3 Protocol: In a randomized, double-blinded, placebo-fake-controlled, crossover trial in 15 healthy volunteers, the authors evaluated concentration–response effects of low-, medium-, and inhaled marijuana - respectively 2 percent, 4 percent, and 8 percent 9-- d9THC by weight - on pain and cutaneous hyperalgesia induced by intradermal capsaicin. Capsaicin was injected into opposite forearms 5 and 45 min after drug exposure,and pain, hyperalgesia, d9THC plasma levels, and adverse side effects were assessed.
 

3 Deliverables: Five min. after marijuana exposure, there was no effect on capsaicin-induced pain at any dose. By 45 min after marijuana exposure, however, there was a major decrease in capsaicin-induced pain with the medium dose and a significant increase in capsaicin-induced pain with the large dose. There was no effect seen with the low dose, nor was there an effect on the area of hyperalgesia at any dose. Significant non-supporting correlations between pain perception and plasma -9-d9THC levels were found after adjusting for the overall dose effects. There was no major difference in performance on the neuropsychological tests.
 

3 Deliverables: This inquiry suggests that there is a window of modest analgesia - pain killer for inhaled marijuana, with lower doses decreasing pain and larger doses increasing pain.

 

 

4 A randomized, placebo-controlled, crossover trial of marijuana cigarettes in neuropathic - shooting or burning - shooting or burning pain.Wilsey et-al the year of 2008.  Journal of Pain 9: 506-521.

4 This inquiry adds to a growing body of data that marijuana may be efficacious at ameliorating neuropathic - shooting or burning pain, and may be an alternative for subjects who do not respond to, or cannot tolerate, other medications. However, the use of cannabis as medicine may be limited by its method of administration - smoking - and modest acute cognitive effects, particularly at larger doses.

 

 

5 Study says 1 in 5 Americans suffers from chronic pain. New York Times. October 21, the year of 1994.

5 In the survey, randomly selected adult Americans were asked about chronic pain. The interviewers questioned patients until they had found one thousand who had suffered for at least six months from migraine headaches, arthritis pain, lower back pain or nerve pain and who had visited a doctor seeking relief. To find those one thousand patients, the interviewers had to survey nearly five thousand, leading them to estimate that seventeen percent of Americans, or thirty four million patients, have chronic pain.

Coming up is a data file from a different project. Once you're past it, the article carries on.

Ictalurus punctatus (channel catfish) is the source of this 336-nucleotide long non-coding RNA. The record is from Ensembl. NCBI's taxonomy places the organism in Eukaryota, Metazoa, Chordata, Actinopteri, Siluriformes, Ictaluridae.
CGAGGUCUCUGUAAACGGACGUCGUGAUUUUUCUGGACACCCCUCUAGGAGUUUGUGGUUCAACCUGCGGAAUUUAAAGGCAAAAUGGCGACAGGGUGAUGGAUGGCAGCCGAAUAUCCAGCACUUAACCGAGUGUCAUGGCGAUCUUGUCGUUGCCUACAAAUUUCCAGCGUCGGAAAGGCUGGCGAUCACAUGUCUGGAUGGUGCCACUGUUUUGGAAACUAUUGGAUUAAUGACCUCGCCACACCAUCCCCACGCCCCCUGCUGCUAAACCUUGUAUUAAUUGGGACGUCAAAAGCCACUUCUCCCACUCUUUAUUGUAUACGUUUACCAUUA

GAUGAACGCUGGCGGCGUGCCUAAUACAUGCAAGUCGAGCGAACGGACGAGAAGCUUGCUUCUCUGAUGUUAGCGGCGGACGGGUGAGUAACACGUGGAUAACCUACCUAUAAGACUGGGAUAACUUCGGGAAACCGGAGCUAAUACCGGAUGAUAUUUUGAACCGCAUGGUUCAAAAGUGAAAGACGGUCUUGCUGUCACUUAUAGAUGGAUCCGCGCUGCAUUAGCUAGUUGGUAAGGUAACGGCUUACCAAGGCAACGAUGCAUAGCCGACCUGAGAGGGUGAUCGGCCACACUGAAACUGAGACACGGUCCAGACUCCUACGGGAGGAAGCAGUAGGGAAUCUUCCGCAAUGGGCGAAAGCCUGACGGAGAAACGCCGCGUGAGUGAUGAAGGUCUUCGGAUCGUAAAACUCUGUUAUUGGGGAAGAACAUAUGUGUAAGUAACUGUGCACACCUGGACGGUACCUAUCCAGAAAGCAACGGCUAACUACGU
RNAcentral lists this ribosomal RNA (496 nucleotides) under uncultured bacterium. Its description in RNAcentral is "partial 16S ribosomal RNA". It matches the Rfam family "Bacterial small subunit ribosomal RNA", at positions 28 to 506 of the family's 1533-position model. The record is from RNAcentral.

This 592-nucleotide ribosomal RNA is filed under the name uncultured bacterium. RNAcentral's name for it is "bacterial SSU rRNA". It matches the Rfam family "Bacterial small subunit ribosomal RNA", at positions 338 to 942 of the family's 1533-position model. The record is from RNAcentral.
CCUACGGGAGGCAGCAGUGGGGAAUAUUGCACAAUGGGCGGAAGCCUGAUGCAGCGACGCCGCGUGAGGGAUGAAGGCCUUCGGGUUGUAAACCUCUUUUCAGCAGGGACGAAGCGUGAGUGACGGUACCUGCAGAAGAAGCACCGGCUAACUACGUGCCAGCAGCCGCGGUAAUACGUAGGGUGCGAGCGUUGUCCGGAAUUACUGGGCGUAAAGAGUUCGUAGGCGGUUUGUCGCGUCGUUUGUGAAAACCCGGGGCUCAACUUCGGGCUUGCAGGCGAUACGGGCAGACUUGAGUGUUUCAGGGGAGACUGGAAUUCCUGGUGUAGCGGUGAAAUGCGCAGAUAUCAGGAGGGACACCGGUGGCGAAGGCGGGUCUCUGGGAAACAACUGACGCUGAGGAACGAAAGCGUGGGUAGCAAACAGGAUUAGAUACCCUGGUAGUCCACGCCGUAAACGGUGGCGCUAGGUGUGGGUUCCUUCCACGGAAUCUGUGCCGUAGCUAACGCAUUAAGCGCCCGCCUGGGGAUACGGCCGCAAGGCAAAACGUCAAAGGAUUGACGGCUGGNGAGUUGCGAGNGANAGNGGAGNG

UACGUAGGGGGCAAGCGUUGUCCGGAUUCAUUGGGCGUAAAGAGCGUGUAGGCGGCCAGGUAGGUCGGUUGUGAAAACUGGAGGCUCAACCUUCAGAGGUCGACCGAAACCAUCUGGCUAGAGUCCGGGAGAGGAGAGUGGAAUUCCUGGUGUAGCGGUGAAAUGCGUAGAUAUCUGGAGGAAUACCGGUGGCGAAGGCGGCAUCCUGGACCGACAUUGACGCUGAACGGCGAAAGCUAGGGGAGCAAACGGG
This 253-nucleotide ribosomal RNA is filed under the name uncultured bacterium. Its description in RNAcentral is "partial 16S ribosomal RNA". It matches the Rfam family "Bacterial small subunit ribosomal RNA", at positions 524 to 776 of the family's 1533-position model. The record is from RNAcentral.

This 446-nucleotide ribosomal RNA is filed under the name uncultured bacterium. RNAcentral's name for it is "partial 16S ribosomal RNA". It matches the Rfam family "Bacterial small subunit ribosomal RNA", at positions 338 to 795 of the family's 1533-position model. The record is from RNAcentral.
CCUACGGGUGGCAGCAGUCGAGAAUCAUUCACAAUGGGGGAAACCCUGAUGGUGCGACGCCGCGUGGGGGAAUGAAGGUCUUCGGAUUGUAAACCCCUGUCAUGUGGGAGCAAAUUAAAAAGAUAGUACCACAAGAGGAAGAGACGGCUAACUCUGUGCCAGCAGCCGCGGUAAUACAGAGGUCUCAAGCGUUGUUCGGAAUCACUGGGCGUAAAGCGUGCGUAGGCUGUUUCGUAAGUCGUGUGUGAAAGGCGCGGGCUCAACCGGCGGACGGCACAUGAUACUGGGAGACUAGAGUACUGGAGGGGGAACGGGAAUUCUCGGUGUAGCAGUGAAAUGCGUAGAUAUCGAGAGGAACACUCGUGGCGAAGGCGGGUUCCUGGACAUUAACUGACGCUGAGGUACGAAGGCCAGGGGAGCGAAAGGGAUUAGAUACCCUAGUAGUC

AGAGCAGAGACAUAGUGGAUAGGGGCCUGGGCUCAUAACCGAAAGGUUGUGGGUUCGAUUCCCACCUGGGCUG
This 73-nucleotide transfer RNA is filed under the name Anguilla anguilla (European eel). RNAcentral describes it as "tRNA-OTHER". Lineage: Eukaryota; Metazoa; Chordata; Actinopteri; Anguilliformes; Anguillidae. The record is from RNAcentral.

5 People in pain reported that they were often unable to sleep, that they were less efficacious at work and that their relationships with friends and family suffered. Forty-four percent also said their doctors were unable to help.  The investigators questioned 400 doctors about how they treated chronic pain and found that most were dissatisfied with the medications available to pain sufferers.

5 The medical association sought comment on the findings from David E. Joranson, a director of the World Health Organization - WHO. He said in a telephone interview that it was "startling to learn that chronic pain is suffered by so many with such devastating effects."  

 

420EVALUATIONSONLINE:  In California, to purchase cannabis based medicines, patients need a licensed medical doctor's recommendation.  Fortunately. the California Medical Board has endorsed the use of Telemedicine -  which is functionally, online medical services - and these services extend to 420 evaluations for medical marijuana.  Our online process is designed to take the minimum of patient and doctor's time, while complying with the established medical requirements - to judge if marijuana is recommended.  Documents are used at California dispensaries, cannabis clubs, cooperatives, delivery services and at other points of access.  In 2018, medical marijuana card holders will pay about 35% less than recreational marijuana users.  

 

6 Smoked marijuana for chronic neuropathic - shooting or burning pain: a randomized controlled trial. Ware et-al the year of 2010. CMAJ 182: 694-701.

6 Forework: Chronic neuropathic - shooting or burning pain affects 1 percent–2 percent of the adult population and is often refractory to standard pharmacologic treatment. Patients with chronic pain have reported using inhaled marijuana to dull pain, improve sleep and improve mood.
 

6 Protocol: Adults with posttraumatic or postsurgical neuropathic - shooting or burning pain were randomly designated to receive marijuana at four potencies - 0 percent, 2.5 percent, 6 percent and 9.4 percent d9THC - over four 14-day periods in a crossover trial. Participants inhaled a single 25-milligram dose through a pipe three times daily for the first five days in each cycle, followed by a nine-day washout period. The daily average pain level was measured using an 11-point numeric rating scale. We documented effects on mood, sleep and life quality, including adverse events.